(In anticipation of the coolest day of the year, this month-long series will offer one recommended horror flick a day up through Oct. 31.)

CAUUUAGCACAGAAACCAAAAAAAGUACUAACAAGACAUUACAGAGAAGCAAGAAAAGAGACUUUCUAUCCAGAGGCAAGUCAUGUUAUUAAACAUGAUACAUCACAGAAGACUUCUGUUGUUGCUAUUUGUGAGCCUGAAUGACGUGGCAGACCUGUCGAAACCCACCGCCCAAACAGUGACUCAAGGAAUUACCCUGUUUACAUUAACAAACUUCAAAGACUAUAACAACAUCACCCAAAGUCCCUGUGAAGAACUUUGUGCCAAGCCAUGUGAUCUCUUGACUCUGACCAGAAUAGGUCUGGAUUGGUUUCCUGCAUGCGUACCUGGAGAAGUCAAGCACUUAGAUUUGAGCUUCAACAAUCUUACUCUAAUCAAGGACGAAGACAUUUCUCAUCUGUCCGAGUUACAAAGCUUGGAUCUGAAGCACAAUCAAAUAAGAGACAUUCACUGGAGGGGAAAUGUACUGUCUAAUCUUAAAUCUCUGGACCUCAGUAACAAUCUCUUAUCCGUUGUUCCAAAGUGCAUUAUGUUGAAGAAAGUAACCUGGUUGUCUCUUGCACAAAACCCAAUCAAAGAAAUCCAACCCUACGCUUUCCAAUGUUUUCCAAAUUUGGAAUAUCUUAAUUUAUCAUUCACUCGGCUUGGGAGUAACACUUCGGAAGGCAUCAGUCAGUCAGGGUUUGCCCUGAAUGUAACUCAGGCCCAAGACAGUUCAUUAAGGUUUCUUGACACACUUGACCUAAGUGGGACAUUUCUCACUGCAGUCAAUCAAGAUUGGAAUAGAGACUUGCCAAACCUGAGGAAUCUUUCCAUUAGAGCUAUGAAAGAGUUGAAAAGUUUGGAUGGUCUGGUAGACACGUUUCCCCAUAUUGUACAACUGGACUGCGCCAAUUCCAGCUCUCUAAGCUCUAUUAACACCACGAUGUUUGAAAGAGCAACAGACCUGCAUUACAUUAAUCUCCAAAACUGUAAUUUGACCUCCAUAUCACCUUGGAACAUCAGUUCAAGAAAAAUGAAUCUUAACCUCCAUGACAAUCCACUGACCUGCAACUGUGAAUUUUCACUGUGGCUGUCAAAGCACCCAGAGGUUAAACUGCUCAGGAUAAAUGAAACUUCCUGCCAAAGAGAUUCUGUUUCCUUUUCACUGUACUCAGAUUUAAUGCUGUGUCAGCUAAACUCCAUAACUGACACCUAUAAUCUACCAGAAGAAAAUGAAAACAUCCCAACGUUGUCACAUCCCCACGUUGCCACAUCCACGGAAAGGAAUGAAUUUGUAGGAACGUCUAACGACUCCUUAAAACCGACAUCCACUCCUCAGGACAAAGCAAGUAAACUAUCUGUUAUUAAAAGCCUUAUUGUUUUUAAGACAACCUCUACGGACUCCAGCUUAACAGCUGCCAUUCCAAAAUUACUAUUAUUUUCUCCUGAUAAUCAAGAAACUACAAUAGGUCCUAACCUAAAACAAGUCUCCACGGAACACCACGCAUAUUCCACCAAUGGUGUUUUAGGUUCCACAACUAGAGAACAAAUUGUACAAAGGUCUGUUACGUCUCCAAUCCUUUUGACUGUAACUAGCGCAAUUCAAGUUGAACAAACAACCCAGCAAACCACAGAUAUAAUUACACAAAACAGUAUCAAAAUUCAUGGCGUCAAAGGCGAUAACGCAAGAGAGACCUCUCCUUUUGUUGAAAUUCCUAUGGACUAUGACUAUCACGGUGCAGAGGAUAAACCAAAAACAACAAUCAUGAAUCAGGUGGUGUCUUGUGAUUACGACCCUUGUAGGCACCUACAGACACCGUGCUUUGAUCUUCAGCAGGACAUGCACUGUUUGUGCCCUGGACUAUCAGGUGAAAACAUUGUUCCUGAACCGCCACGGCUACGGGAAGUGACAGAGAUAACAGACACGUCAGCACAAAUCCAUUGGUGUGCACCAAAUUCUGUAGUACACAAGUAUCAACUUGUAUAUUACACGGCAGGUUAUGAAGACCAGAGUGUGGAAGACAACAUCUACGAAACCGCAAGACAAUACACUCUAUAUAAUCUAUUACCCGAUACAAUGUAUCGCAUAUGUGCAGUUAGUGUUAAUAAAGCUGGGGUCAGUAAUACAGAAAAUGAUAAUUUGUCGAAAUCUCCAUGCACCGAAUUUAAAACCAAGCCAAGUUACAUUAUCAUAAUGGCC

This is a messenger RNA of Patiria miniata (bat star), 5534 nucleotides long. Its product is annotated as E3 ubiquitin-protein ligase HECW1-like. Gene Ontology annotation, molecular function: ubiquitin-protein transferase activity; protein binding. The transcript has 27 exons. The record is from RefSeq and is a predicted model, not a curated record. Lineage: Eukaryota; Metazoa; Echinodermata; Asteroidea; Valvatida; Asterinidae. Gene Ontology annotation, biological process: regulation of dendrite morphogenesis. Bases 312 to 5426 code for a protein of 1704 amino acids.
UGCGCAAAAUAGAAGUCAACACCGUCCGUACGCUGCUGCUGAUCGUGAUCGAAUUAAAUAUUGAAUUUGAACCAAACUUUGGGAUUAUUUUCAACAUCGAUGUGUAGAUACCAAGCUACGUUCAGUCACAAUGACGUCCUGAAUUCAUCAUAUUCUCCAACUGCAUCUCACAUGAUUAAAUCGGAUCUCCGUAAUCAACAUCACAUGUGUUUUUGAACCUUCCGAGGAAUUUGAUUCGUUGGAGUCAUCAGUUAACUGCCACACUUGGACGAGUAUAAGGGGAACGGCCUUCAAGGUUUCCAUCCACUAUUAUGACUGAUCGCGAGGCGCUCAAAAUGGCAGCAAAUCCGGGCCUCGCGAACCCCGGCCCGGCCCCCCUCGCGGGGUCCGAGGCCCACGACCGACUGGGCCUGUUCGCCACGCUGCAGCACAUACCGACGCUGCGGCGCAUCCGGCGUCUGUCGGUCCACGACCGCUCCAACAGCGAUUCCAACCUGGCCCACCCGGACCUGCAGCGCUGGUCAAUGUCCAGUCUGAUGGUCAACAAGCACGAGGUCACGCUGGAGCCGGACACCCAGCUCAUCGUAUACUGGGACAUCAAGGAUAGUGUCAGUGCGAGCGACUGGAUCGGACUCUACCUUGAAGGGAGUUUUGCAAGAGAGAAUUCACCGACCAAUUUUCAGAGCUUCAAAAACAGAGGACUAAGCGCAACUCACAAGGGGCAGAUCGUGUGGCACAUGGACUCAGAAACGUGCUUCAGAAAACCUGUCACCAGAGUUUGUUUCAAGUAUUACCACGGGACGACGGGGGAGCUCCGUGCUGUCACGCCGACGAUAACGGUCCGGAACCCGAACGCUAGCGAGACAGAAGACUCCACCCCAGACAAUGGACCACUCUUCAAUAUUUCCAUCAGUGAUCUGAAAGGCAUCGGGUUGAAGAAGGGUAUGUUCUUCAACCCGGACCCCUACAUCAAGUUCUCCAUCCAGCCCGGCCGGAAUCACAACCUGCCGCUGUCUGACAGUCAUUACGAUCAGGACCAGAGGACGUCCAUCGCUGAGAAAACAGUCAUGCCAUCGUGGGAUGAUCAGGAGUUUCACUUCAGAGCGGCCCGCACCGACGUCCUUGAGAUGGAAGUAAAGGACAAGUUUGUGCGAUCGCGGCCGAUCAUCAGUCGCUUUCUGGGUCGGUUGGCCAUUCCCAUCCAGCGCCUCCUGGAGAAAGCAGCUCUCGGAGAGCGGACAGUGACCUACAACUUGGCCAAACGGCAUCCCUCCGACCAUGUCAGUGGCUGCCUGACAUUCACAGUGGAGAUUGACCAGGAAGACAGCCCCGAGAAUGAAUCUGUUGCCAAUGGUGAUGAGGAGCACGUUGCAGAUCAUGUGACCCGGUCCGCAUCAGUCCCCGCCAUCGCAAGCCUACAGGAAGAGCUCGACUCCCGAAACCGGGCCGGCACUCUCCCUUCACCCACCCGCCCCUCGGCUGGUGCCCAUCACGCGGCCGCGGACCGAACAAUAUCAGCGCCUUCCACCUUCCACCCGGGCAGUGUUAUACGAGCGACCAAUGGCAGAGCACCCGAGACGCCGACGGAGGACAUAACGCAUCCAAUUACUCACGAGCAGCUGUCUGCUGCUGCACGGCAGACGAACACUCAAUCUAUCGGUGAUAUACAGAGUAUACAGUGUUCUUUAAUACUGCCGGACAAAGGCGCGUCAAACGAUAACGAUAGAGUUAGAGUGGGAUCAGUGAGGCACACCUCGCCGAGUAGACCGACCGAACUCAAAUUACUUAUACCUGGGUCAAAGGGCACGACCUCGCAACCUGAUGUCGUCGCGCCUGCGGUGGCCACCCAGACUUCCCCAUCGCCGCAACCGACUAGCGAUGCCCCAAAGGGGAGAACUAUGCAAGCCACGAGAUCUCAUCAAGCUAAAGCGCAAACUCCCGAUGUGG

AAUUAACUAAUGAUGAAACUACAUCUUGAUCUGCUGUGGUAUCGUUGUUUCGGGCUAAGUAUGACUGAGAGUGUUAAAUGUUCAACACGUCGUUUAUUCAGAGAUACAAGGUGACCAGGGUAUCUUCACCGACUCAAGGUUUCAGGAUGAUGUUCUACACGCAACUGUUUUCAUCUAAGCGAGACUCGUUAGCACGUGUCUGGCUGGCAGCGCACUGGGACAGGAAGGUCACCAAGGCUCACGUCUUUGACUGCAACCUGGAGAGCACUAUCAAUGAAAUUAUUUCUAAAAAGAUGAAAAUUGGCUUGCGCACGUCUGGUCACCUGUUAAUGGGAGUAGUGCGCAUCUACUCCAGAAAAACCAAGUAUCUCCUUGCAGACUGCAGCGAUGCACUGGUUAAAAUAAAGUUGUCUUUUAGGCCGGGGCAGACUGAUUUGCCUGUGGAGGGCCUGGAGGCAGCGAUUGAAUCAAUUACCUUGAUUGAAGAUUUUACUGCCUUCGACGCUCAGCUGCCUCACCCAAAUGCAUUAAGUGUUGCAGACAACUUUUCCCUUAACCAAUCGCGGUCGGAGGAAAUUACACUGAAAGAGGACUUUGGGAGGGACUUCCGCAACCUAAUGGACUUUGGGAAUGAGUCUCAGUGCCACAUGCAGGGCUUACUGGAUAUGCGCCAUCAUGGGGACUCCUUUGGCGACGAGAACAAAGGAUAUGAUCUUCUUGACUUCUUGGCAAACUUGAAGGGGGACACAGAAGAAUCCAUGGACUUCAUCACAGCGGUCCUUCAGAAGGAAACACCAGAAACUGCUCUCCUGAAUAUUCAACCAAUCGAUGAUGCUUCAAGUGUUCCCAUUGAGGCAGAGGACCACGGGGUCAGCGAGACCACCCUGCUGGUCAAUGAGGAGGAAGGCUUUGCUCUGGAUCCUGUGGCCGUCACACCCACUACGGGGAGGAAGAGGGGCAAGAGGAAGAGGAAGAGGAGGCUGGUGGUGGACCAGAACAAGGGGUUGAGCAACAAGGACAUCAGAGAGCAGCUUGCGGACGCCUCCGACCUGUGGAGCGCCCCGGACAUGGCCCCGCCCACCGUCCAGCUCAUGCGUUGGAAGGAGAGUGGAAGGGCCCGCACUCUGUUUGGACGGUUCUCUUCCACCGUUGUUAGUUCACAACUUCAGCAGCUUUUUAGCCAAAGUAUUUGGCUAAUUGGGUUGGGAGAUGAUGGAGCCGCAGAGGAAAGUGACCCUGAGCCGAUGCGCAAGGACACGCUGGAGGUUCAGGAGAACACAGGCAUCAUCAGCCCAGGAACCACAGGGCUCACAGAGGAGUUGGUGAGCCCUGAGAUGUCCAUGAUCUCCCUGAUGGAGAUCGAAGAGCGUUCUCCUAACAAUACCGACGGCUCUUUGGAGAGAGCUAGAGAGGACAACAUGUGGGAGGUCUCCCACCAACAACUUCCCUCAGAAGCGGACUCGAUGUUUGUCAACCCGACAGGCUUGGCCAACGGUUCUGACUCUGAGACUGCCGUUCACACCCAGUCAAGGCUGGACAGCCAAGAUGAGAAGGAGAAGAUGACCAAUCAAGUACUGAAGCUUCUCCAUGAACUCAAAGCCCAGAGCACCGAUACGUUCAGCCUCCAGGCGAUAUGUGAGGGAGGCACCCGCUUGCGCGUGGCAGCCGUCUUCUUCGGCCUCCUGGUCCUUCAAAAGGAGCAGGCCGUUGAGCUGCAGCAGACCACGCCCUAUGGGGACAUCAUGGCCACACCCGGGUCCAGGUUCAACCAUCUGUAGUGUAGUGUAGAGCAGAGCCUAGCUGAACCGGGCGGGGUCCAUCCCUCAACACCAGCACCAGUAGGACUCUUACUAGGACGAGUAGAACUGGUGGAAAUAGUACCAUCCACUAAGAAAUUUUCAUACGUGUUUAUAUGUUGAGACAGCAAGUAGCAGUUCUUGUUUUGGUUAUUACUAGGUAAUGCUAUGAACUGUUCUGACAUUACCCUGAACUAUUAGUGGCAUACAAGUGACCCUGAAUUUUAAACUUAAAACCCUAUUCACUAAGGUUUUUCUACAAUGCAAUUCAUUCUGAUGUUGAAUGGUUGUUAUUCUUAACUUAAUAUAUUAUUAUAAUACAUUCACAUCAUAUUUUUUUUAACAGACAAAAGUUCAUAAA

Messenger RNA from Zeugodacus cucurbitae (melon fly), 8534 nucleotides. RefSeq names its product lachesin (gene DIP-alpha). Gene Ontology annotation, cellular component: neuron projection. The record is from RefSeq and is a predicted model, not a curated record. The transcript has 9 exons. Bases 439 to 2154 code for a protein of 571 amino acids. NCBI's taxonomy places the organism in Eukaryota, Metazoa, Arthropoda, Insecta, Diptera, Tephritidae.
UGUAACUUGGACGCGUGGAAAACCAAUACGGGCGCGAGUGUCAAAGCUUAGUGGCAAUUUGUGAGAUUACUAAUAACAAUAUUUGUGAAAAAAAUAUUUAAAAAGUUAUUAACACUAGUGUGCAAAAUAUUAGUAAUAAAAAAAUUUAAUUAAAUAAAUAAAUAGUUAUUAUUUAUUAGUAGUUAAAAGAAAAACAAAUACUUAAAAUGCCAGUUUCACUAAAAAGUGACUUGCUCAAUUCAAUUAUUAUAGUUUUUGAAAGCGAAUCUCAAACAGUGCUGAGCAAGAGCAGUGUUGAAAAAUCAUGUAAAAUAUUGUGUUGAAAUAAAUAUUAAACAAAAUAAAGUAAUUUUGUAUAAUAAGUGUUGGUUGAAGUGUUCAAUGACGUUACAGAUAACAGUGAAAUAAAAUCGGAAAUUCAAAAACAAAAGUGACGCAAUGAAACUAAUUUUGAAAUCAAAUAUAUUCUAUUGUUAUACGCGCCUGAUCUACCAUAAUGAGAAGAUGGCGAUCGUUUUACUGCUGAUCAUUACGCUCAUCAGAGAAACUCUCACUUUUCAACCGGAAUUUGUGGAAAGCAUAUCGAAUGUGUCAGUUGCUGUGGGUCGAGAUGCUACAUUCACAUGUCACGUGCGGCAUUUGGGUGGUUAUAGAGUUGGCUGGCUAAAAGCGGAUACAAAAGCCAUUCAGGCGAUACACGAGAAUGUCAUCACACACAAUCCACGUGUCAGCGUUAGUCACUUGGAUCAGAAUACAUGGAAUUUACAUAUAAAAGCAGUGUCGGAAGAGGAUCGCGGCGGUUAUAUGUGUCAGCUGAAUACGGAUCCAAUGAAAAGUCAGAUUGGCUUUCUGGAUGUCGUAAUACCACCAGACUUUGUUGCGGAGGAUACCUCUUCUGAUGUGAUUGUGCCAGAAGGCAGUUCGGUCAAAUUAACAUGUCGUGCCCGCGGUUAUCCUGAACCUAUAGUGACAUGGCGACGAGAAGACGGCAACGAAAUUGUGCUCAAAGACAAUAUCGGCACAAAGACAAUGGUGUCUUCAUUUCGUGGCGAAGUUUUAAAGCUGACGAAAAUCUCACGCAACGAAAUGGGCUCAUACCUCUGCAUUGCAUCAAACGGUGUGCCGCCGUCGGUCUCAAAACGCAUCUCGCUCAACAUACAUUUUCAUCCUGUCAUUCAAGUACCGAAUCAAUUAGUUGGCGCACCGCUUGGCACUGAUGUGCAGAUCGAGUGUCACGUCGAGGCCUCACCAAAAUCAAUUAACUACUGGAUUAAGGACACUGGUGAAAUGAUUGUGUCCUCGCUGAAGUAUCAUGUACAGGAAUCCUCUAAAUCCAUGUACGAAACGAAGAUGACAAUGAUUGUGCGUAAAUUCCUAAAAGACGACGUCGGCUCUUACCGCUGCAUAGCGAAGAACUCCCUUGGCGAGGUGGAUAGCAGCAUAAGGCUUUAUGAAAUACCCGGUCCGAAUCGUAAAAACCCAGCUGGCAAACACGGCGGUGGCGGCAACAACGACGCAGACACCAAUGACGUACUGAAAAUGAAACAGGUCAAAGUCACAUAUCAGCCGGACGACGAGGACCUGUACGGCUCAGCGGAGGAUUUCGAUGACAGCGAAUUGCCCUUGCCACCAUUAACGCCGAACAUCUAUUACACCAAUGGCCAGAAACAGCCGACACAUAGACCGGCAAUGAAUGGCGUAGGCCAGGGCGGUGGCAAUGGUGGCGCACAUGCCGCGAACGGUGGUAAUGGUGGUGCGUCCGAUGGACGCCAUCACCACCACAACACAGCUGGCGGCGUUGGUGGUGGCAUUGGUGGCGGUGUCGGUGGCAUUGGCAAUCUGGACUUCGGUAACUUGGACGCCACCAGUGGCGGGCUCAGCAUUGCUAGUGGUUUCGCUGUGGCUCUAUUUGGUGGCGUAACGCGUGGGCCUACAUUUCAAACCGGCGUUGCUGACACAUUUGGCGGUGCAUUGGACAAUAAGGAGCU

BROTHERHOOD OF THE WOLF (2001). Movies that adopt an everything-but-the-kitchen-sink approach are often maddening messes, but this French import (original title: Le pacte des loups) is reminiscent of countless other films and yet still manages to retain its own swagger of originality. With a first half that plays like Sleepy Hollow, a second half that begs comparison to From Hell, and elements of Jaws, The Last of the Mohicans, The Company of Wolves and Crouching Tiger, Hidden Dragon scattered throughout, this delirious experience covers most bases and makes at least a cursory stab at the few it misses. In 18th century France, a naturist/philosopher (Samuel Le Bihan) and his Iroquois companion (Mark Dacascos) are sent by the royal court to investigate a series of slayings in the French countryside. The creature responsible is reportedly a monstrous wolf, but as the pair investigate, they discover that several of the locals may know more about the affair than they're admitting. This one's got it all: martial arts, political intrigue, tender romance (between Le Bihan and Rosetta's Emilie Dequenne), steamy sex scenes (between Le Bihan and Irreversible's Monica Bellucci), and a snapping, snarling, bloodthirsty beast.